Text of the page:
fast_pack 2.0.1

A fast texture packer for D


To use this package, run the following command in your project's root directory:

Manual usage
Put the following dependency into your project's dependences section:

fast_pack

A fast texture packer for D

This uses an algorithm I call "inverse tetris". It tries to find the best spot, highest on the y axis, and furthest to the left. Compares to existing collision boxes. The texture packer is also generic! You can use chars, ints, uints, strings, etc as keys!

This relies on Adam D. Ruppe's awesome image library. Click here to see it.

If you want to learn how this works, click here.

This is written to be modular. For example:

  • You can only import the packer and config to turn it into a command line texture folder packer saver if you really want.
  • You could just import the packer and pack a font with trim so it looks nice and save it to a png.
  • You can create an atlas of letters with a char keyset, export it to an image with trimming and work with it in memory.
  • Take individual texture atlasses, save the texture location data, then put it into another bigger atlas so you never have to change textures in OpenGL.

This is the texture atlas that the code below saved:

Fancy texture atlas

Here is a simple tutorial on how to use it:

import std.stdio;
import fast_pack;
import std.conv: to;
import image;

void main() {

    // In this example I am allocating the texture packer and config onto the heap to clear out the stack
    // *new is optional
    TexturePackerConfig config = *new TexturePackerConfig();
    config.showDebugEdge = true;
    config.trim = true;
    config.padding = 2;

    // We give the texture packer constructer our config.
    // This is optional, but the default canvas size is 400 by 400 pixels.
    // So you might want to make that bigger!
	TexturePacker!string packer = *new TexturePacker!string(config);

    // Now we pack our textures into it
    for (int i = 1; i <= 10; i++) {
        packer.pack("blah" ~ to!string(i), "assets/" ~ to!string(i) ~ ".png");
    }

    // You can save the texture packer as a raw image
    // The image above is what this saves to. It uses the /assets/ textures.
    packer.saveToFile("imagePack.png");

    // That's pretty neat, now let's create a texture atlas of texture atlases!
    TrueColorImage temp = packer.saveToTrueColorImage();

    config.expansionAmount = 200;

    TexturePacker!int superPacker = *new TexturePacker!int(config);

    for (int i = 0; i <= 30; i++) {
        writeln("packing ", i);
        superPacker.pack(i, temp);
    }

    superPacker.saveToFile("imagePackSuper.png");

    /*
    This seems ridiculous! But you could possibly use it to put a char array for
    font rendering, then shift all the values you get from the packer you put it into, 
    by the values from the packer you pulled the texture atlas out of via:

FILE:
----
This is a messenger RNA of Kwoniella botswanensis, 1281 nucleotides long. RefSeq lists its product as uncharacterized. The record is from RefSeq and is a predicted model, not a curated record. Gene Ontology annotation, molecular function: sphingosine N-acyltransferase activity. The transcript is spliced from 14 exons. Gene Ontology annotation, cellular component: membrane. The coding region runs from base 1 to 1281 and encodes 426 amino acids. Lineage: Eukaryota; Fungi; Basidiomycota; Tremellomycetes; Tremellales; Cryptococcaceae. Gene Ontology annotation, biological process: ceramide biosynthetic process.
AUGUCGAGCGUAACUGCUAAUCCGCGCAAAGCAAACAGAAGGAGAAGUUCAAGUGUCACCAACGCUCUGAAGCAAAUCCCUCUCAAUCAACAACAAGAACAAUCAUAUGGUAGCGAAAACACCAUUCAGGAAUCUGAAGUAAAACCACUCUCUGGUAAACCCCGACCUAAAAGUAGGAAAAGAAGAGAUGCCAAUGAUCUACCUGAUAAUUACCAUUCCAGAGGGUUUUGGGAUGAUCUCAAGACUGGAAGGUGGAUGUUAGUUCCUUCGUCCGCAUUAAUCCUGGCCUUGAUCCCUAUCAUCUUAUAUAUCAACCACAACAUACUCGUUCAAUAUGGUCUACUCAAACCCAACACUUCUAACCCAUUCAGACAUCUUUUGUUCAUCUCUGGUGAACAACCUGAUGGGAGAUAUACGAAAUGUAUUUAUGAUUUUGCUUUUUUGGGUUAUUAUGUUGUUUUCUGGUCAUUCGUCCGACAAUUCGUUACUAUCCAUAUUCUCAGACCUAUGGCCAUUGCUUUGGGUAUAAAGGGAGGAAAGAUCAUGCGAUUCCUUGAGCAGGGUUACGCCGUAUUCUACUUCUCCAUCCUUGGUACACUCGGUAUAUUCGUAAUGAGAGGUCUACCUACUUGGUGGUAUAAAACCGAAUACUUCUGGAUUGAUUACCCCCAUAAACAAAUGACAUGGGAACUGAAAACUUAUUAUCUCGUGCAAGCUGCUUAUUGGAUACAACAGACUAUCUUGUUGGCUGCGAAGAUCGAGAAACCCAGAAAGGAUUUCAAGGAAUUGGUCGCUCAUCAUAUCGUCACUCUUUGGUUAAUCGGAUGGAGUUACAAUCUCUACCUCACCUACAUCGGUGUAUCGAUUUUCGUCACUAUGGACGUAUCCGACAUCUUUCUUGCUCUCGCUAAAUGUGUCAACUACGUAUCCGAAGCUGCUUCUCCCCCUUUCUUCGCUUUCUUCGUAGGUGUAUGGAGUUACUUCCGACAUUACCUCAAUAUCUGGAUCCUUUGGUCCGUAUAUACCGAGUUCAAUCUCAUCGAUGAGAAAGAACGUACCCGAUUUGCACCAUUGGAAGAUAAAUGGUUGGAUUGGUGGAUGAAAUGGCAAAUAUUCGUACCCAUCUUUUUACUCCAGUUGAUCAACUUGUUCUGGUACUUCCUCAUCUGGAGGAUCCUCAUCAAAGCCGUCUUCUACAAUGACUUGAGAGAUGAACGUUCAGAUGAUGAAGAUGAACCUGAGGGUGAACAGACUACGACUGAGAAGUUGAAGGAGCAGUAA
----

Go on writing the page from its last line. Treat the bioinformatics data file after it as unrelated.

Rect coords = packer.getTextureCoordinates("blah1");

    Or you use it to work with OpenGL like this:
    Note: This is using Mike Parker's awesome bindbc OpenGL library.
    You can find this here: https://code.dlang.org/packages/bindbc-opengl
    */
    TrueColorImage myTextureAtlas = packer.saveToTrueColorImage();

    GLuint width = myTextureAtlas.width();
    GLuint height = myTextureAtlas.height();
    ubyte[] tempData = myTextureAtlas.imageData.bytes;

    GLuint id = 0;
    glGenTextures(1, &id);
    glBindTexture(GL_TEXTURE_2D, id);
    glPixelStorei(GL_UNPACK_ALIGNMENT, 1);
    glTexImage2D(GL_TEXTURE_2D, 0, GL_RGBA, width, height, 0, GL_RGBA, GL_UNSIGNED_BYTE, tempData.ptr);

    /*

    So on and so forth

    If you are asking "How can I even use this to map my textures to my vertices??"

    Well I'm so glad you asked! This comes with two additional internal types:

    GLRectDouble
    GLRectFloat

    These are part of the fast_pack.rect import

    Their names specify their precision and size

    Let's get the texture coordinates of...."blah3" in double precision!

    */

    GLRectDouble myTextureCoordinates = packer.getTextureCoordinatesDouble("blah3");

    // Now let's get it as a float!

    GLRectFloat myTextureCoordinatesNotSoPrecise = packer.getTextureCoordinatesFloat("blah3");


    // We can work with these like so:

    double minX = myTextureCoordinates.minX;
    double maxY = myTextureCoordinates.maxY;

    /*    
    So on and so forth

    If you want even more precision, direct pixel location access, you can do this:
    */

    Rect coords = packer.getTextureCoordinates("blah1");

    /*
    This will give you a bunch of extra information on the specific texture as well

    Hopefully this is helpful to you! Enjoy! :D
    */

}
Authors:
  • jordan4ibanez
Dependencies:
arsd-official:image_files
Versions:
3.0.0 2022-Sep-12
2.0.2 2022-Sep-11
2.0.1 2022-Sep-11
2.0.0 2022-Sep-11
1.0.4 2022-Sep-10
Show all 10 versions
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